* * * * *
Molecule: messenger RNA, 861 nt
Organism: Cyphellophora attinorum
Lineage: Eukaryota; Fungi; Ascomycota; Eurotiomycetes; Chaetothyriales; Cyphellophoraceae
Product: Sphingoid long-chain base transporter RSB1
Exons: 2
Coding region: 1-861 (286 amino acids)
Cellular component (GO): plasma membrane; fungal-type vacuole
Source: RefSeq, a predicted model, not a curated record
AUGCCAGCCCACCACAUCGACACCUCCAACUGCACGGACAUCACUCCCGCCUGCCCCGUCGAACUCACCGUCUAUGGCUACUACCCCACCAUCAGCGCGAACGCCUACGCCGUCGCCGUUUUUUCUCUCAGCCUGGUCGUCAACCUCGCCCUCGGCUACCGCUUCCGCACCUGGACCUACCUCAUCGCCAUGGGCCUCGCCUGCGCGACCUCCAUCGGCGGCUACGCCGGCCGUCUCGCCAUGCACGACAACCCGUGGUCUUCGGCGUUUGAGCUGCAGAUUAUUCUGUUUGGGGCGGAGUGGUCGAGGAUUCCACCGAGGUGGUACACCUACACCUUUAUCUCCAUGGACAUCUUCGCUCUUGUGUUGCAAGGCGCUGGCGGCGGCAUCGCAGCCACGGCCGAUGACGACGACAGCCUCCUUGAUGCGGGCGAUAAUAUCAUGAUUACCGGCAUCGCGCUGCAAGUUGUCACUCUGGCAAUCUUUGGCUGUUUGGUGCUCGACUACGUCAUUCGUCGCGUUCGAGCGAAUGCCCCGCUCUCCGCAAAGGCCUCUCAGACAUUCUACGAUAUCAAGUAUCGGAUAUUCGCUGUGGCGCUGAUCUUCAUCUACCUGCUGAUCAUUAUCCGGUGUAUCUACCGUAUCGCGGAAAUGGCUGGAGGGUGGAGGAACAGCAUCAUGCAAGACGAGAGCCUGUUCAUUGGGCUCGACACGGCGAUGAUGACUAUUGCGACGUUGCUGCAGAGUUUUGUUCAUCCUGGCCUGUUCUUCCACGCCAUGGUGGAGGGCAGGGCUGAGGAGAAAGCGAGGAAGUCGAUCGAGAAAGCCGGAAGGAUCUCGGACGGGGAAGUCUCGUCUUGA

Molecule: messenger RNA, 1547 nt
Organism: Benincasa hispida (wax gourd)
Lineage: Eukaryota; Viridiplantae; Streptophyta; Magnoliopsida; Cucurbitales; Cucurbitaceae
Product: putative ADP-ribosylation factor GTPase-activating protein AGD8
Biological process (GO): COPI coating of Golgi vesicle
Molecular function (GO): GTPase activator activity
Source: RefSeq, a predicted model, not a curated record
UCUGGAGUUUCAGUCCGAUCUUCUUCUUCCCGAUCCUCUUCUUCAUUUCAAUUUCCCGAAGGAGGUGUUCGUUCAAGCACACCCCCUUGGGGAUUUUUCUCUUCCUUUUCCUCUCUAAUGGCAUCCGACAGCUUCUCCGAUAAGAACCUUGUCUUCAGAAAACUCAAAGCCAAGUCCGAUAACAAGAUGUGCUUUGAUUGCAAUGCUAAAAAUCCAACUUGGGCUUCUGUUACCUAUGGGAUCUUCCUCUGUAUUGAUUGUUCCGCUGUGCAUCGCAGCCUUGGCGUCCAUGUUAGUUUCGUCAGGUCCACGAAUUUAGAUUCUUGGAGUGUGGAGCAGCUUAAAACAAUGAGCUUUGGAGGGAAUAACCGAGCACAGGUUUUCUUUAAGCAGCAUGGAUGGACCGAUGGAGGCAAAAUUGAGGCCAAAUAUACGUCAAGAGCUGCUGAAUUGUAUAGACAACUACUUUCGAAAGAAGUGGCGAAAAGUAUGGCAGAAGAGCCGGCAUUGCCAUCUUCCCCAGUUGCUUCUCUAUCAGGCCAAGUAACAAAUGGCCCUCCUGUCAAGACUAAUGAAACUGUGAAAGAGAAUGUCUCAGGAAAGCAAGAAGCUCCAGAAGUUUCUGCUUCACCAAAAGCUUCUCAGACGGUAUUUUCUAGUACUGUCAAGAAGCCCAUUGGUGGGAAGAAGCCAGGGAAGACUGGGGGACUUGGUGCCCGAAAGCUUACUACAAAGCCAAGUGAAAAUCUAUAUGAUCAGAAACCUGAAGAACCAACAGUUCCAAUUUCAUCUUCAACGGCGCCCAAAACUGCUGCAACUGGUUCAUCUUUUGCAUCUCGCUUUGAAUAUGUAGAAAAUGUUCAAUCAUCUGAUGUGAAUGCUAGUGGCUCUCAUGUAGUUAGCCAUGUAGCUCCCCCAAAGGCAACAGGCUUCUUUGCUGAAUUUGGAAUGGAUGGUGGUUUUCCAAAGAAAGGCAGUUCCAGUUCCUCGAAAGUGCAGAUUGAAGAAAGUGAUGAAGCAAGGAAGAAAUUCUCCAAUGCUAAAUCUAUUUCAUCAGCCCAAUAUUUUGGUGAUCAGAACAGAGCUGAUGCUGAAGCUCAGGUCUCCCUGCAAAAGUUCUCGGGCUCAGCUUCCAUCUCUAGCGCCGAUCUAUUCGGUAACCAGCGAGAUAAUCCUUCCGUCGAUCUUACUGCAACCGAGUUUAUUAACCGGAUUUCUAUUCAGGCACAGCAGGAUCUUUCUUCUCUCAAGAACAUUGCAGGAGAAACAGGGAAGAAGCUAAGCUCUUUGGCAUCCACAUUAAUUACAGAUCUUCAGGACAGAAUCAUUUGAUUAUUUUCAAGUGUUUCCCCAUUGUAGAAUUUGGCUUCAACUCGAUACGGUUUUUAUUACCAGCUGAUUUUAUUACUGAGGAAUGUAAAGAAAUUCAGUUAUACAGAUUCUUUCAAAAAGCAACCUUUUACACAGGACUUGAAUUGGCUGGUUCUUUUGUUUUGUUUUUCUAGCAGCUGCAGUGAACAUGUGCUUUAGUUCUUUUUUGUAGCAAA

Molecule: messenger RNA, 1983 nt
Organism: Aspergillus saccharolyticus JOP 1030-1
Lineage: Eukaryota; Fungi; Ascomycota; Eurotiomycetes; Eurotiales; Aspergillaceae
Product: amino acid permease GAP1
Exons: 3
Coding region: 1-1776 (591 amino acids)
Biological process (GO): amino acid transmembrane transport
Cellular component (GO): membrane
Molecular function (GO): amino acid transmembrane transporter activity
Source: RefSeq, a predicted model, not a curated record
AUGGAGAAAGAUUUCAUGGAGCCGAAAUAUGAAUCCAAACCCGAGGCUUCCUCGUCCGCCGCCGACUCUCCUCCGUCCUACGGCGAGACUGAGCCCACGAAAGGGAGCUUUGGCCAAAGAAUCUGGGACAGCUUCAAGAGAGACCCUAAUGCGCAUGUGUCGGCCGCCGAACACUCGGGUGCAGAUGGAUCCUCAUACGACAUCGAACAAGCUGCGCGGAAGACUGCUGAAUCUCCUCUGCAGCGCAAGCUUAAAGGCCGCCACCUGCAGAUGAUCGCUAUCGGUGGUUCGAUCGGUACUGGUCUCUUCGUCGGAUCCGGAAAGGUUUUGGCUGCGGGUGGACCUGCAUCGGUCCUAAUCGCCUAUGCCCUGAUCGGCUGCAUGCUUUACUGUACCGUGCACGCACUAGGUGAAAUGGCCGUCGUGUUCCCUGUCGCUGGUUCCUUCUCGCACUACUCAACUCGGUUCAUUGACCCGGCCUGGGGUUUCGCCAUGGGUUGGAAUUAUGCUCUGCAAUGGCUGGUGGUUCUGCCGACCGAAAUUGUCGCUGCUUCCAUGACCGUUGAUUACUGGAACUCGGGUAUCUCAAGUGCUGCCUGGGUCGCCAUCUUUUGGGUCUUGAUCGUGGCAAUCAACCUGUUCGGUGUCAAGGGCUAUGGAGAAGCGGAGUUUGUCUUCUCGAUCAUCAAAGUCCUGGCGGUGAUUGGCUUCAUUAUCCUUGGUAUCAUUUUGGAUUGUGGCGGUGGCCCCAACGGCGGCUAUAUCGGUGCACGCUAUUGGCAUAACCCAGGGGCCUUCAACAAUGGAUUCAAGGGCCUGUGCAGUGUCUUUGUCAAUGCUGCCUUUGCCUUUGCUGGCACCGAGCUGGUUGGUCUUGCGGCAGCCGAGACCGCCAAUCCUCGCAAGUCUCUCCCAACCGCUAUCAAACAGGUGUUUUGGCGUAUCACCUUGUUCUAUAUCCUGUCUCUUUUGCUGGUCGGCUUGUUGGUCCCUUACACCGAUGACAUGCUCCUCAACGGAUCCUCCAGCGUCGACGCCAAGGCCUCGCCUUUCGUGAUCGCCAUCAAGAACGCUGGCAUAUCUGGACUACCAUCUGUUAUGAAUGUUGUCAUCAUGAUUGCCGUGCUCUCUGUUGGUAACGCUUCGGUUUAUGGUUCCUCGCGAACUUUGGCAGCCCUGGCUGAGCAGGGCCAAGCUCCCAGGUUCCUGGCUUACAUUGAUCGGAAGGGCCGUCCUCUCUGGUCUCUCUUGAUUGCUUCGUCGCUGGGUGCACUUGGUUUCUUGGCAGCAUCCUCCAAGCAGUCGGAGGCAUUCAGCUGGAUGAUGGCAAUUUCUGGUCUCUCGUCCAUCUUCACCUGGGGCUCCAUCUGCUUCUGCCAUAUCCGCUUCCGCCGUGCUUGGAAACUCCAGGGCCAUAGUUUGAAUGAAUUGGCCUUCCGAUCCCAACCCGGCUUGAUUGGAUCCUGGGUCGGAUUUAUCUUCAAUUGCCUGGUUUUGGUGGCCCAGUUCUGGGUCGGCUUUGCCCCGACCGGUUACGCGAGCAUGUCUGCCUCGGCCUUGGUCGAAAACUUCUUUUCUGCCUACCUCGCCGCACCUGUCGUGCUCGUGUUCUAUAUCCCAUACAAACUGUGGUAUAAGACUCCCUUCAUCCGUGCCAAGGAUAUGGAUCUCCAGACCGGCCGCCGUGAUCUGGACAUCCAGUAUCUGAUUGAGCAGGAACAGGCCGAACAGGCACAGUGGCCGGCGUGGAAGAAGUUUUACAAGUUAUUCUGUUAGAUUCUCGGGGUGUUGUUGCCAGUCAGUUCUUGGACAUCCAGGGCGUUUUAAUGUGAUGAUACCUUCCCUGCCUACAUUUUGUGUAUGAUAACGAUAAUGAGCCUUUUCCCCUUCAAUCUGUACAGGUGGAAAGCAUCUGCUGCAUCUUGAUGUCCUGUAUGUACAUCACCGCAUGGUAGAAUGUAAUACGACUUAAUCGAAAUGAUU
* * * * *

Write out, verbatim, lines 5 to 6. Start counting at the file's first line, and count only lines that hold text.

Exons: 2
Coding region: 1-861 (286 amino acids)